I’ve been absent from here, but I’m finally ready to get back to what makes this blog what it is: BOOKS.
I’ve owned this book for a couple of years. I first started it a few months back, and finally got around to finishing it last night. What follows is my review.
So often after mass shootings we hear about “politicizing” the issue. There’s nothing political anout this book, just as there’s really nothing political about combatting gun violence. It would have been easy for this book to delve into the common topics that persist after every shooting, but it did no such thing.
Dave Cullen takes you into the minds and private lives of these two muderers. He chronicles in minute detail the days, weeks, and months leading up to April 20, 1999. He details how these two kids went from fantasizing about murder to committing a massacre. He takes you into the lives of several parties after the killing had finally stopped. Parents, students, educators, law enforcement. No life is the same after such an event, and he makes it crystal clear.
There’s a part near the end of the book in which he describes how “Columbine” had become the name of a mass shooting rather than a high school, but over the years seems to have reverted back to just the name of a high school in Colorado. I’m not sure if a community can ever really love on from something like this, but based on the book this one seems to constantly try.
An phenomenal story about an unspeakable act.
See the change in title?
But today is nothing to celebrate.
There was another mass shooting in the US yesterday. Unfortunately, it’ll likely be added to the constantly growing list of mass shootings that have all been preventable but still allowed to happen.
When you hear lawmakers say that the US is the only country in the world in which these shootings constantly happen, it’s true. When you hear lawmakers say that the US has a gun violence problem no other country in the world faces, it’s true. After every shooting lawmakers will send their “thoughts and prayers” to the families affected and after every shooting lawmakers will do nothing to prevent the next mass shooting. After every shooting you’ll hear people say that the most recent shooting shouldn’t be politicized.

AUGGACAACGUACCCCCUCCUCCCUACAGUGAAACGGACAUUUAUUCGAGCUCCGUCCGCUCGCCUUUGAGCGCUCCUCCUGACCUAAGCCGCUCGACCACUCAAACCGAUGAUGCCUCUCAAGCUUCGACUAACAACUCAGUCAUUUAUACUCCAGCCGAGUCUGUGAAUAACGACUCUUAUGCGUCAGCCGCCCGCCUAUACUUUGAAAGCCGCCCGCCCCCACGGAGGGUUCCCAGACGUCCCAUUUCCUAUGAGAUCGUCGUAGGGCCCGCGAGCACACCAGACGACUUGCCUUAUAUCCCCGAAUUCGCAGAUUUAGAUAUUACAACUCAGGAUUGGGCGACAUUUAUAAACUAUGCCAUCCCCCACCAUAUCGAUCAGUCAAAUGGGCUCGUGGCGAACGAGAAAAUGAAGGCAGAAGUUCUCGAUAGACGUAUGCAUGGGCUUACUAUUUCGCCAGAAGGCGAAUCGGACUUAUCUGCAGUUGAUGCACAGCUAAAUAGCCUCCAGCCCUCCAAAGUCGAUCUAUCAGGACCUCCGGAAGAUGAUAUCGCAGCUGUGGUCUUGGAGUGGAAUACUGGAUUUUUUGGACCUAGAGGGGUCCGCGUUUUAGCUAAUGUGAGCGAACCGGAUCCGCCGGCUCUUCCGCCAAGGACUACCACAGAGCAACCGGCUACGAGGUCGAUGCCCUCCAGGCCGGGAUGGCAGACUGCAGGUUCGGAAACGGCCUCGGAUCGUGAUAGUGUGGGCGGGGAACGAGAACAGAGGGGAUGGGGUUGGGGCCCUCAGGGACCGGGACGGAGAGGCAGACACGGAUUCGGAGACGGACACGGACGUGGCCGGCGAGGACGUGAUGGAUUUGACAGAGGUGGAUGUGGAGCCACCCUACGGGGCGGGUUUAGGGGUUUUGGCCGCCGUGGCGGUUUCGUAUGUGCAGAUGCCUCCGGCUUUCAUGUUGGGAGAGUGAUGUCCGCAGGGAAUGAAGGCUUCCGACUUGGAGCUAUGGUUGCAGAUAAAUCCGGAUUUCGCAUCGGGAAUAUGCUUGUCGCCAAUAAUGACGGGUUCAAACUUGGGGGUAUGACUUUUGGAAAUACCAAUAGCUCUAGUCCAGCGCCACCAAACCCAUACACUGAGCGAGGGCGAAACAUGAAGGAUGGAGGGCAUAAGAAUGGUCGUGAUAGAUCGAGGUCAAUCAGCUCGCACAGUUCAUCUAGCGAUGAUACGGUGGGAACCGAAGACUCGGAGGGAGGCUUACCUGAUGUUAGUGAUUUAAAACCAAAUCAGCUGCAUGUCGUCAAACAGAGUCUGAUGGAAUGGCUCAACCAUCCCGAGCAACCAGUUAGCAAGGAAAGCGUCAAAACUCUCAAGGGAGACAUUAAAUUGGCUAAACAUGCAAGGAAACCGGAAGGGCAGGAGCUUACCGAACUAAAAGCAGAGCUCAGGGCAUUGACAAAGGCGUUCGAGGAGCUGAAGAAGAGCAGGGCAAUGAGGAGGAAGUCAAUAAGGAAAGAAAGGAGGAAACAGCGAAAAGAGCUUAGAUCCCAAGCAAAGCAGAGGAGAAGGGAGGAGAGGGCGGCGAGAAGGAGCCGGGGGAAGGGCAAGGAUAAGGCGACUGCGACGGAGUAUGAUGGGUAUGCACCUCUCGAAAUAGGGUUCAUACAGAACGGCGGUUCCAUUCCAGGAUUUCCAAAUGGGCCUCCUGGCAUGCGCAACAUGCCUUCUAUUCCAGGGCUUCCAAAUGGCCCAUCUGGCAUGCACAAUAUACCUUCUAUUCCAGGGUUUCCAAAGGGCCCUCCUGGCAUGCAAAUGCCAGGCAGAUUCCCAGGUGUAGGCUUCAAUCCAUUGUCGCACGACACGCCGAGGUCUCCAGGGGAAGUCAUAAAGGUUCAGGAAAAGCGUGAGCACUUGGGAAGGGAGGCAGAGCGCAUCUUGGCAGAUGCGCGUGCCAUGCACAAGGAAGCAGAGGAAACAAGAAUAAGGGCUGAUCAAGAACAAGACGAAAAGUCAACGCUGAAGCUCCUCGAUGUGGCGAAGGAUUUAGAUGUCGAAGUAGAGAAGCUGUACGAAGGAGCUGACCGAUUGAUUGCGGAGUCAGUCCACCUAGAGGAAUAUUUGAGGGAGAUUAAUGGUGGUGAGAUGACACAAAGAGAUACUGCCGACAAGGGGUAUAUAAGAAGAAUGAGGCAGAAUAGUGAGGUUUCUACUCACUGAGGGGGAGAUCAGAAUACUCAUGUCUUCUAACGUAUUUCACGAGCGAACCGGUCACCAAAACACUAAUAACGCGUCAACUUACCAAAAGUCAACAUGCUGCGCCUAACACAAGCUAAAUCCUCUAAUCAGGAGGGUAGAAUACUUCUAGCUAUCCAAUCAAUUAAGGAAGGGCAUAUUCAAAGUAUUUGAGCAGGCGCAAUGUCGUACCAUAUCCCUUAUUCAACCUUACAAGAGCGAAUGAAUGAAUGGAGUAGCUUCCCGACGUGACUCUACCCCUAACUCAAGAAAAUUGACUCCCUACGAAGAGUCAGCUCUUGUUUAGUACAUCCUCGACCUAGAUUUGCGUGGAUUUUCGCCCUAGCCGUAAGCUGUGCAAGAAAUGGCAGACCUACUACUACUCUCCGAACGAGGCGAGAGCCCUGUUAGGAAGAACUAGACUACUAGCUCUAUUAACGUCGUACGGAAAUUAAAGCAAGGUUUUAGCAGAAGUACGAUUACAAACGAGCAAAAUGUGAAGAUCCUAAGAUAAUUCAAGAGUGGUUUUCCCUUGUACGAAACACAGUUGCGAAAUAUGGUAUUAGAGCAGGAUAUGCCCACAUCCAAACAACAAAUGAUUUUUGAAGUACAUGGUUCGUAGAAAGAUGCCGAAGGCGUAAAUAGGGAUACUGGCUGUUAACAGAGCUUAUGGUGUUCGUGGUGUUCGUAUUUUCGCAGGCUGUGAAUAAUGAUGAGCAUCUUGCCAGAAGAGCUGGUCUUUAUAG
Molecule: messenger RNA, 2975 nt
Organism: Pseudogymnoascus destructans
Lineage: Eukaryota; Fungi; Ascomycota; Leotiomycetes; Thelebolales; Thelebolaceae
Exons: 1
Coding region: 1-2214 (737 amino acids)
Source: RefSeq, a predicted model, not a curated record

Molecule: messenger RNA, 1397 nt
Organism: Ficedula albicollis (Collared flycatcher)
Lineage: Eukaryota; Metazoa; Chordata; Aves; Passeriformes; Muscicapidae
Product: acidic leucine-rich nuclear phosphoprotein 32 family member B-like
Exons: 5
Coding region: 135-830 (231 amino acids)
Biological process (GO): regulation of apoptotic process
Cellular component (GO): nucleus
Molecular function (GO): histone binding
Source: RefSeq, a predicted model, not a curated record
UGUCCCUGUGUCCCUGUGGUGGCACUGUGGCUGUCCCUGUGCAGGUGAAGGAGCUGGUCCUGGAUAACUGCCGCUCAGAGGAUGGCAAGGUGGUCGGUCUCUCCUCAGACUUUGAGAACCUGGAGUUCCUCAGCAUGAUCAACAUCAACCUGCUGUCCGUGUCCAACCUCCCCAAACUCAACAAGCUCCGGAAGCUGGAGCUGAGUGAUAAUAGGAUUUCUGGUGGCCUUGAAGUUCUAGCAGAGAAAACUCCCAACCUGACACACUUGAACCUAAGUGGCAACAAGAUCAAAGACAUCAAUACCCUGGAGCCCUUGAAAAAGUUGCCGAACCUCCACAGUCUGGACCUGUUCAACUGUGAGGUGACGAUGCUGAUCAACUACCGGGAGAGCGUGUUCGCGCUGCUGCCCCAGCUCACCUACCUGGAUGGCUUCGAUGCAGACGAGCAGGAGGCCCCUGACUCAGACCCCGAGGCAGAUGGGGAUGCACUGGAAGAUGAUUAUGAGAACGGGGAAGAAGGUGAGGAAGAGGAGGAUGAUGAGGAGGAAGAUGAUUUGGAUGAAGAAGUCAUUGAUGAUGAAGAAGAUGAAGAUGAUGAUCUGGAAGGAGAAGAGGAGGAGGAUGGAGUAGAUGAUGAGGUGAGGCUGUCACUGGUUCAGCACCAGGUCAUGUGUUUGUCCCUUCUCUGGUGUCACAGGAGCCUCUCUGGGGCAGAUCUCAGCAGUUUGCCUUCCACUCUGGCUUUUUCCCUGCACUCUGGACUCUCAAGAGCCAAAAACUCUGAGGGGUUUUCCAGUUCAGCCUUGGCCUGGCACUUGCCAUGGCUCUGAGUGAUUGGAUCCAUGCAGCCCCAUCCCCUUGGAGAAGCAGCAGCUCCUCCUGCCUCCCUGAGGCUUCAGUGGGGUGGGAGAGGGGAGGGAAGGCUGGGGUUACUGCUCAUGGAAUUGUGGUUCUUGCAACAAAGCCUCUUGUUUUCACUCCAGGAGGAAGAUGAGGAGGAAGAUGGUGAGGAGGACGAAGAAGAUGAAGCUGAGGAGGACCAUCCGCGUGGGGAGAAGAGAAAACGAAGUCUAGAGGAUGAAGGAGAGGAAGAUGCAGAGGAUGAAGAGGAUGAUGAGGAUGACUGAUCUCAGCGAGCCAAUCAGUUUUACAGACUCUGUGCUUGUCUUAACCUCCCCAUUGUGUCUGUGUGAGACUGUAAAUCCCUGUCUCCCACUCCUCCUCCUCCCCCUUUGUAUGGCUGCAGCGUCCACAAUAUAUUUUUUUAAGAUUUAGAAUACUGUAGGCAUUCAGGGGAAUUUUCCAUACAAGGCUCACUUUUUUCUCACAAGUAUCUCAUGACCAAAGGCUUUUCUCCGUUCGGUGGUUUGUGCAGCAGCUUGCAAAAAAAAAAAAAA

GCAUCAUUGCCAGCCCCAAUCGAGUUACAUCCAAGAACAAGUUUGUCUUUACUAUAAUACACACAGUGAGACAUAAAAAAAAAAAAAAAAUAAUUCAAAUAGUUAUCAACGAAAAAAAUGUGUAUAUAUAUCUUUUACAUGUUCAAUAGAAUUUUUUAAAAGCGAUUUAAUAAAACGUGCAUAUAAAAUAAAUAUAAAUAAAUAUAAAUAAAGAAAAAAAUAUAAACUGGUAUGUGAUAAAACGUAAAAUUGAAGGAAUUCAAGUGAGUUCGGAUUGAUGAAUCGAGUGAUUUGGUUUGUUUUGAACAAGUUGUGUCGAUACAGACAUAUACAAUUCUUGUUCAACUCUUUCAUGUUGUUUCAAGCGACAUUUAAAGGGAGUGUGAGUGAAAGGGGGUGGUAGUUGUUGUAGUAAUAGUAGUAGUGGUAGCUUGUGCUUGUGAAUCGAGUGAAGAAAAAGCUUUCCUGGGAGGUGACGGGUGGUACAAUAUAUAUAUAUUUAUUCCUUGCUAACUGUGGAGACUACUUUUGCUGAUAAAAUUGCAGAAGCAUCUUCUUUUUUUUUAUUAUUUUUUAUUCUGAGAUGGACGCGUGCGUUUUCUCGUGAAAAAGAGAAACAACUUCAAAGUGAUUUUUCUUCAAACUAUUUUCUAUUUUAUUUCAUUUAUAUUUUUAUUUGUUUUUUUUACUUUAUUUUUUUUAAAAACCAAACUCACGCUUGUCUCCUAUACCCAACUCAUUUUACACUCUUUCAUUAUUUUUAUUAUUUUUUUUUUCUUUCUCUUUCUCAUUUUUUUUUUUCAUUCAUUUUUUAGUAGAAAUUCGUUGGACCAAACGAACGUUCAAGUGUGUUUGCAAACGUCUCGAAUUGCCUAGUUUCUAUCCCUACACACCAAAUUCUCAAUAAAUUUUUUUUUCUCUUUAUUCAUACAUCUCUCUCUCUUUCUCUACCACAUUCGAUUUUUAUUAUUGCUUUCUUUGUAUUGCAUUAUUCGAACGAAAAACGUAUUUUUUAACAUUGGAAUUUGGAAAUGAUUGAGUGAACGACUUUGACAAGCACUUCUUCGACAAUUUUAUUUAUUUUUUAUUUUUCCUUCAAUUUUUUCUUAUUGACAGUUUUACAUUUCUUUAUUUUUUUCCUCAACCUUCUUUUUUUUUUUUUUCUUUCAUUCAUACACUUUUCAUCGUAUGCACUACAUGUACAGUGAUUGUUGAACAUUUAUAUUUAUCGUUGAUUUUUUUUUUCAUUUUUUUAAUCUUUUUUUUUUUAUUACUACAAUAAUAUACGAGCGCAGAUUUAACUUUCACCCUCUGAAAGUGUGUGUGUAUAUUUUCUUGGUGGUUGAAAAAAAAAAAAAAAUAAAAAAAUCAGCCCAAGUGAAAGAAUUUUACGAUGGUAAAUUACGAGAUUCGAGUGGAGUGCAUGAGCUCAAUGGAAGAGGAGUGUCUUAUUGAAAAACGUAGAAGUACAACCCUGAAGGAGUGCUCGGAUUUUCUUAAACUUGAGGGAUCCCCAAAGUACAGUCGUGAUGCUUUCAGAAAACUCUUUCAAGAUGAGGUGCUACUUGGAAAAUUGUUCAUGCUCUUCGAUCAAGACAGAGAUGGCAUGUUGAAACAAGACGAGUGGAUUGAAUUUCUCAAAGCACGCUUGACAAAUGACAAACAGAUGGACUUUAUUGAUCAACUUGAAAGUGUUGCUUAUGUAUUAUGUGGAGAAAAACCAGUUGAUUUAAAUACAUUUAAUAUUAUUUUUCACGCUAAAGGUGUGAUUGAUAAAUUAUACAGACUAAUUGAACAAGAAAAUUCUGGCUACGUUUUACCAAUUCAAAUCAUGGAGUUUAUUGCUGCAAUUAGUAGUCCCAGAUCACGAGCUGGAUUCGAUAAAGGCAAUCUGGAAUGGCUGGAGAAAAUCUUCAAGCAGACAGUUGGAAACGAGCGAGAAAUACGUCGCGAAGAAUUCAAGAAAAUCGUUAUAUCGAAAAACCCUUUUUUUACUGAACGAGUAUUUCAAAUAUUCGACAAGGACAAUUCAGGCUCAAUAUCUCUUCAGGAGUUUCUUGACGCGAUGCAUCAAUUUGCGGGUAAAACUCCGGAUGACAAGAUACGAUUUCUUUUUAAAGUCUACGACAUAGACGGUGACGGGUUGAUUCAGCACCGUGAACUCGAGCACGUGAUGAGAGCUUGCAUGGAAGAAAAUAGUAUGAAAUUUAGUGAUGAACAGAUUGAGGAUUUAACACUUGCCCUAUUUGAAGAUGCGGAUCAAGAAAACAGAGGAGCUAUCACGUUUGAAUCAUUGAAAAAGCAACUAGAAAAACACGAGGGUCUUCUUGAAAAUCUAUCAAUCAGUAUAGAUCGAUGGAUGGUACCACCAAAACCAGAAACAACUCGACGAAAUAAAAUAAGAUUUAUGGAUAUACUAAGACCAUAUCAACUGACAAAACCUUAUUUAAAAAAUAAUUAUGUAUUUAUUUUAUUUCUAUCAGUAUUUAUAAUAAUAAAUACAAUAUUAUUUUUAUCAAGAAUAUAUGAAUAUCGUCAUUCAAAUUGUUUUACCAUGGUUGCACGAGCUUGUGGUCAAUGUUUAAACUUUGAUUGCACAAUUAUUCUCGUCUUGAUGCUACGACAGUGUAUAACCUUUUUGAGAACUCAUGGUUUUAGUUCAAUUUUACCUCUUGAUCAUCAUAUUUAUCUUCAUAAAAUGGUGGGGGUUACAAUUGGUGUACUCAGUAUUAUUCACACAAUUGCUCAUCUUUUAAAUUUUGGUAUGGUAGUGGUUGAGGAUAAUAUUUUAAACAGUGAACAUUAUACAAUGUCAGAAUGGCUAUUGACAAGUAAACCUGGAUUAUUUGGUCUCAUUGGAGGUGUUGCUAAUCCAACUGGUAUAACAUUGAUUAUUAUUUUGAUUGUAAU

What’s political about wanting to save innocent lives? Tell me. If you can answer that question, I’m all ears. But you can’t and neither can anyone else. In this country we simply accept that gun violence is the normal we live in. But I say screw that logic and anyone who buys into it.
Think about this: What comes to mind when I say Aurora or Sandy Hook or Virginia Tech or San Bernardino or Orlando or Las Vegas? In this context you know these are all sites of mass shootings. And this is far from an exhaustive list.
The very simple truth is that Americans are obsessed with guns. Not for hunting or for home protection or for any reason besides the need to own them.
Anyone who really knows me has probably heard me say I think cigarettes and alcohol should both be illegal. As “crazy” as it sounds, I stand behind that. Because we have outlawed other drugs that negatively affect people who use them. And guns are no different. They should be illegal for civilians to own. And what happens when I say that? People will just make excuse after excuse about why that’ll never happen. My message to them is simple: You’re right. Civilians will likely never be outlawed from owning guns in this country, but the next mass shooting WILL happen. And more will follow because nothing is being done.
The problem is that people only look at mass shootings and say it isn’t a large enough problem to start making radical changes to gun laws. But gun violence kills tens of thousands of people a year in America, it is so much more than just mass shootings we’re talking about. The problem isn’t solely that guns will likely never be outlawed, but that nothing whatsoever is being done to stop the next shooting.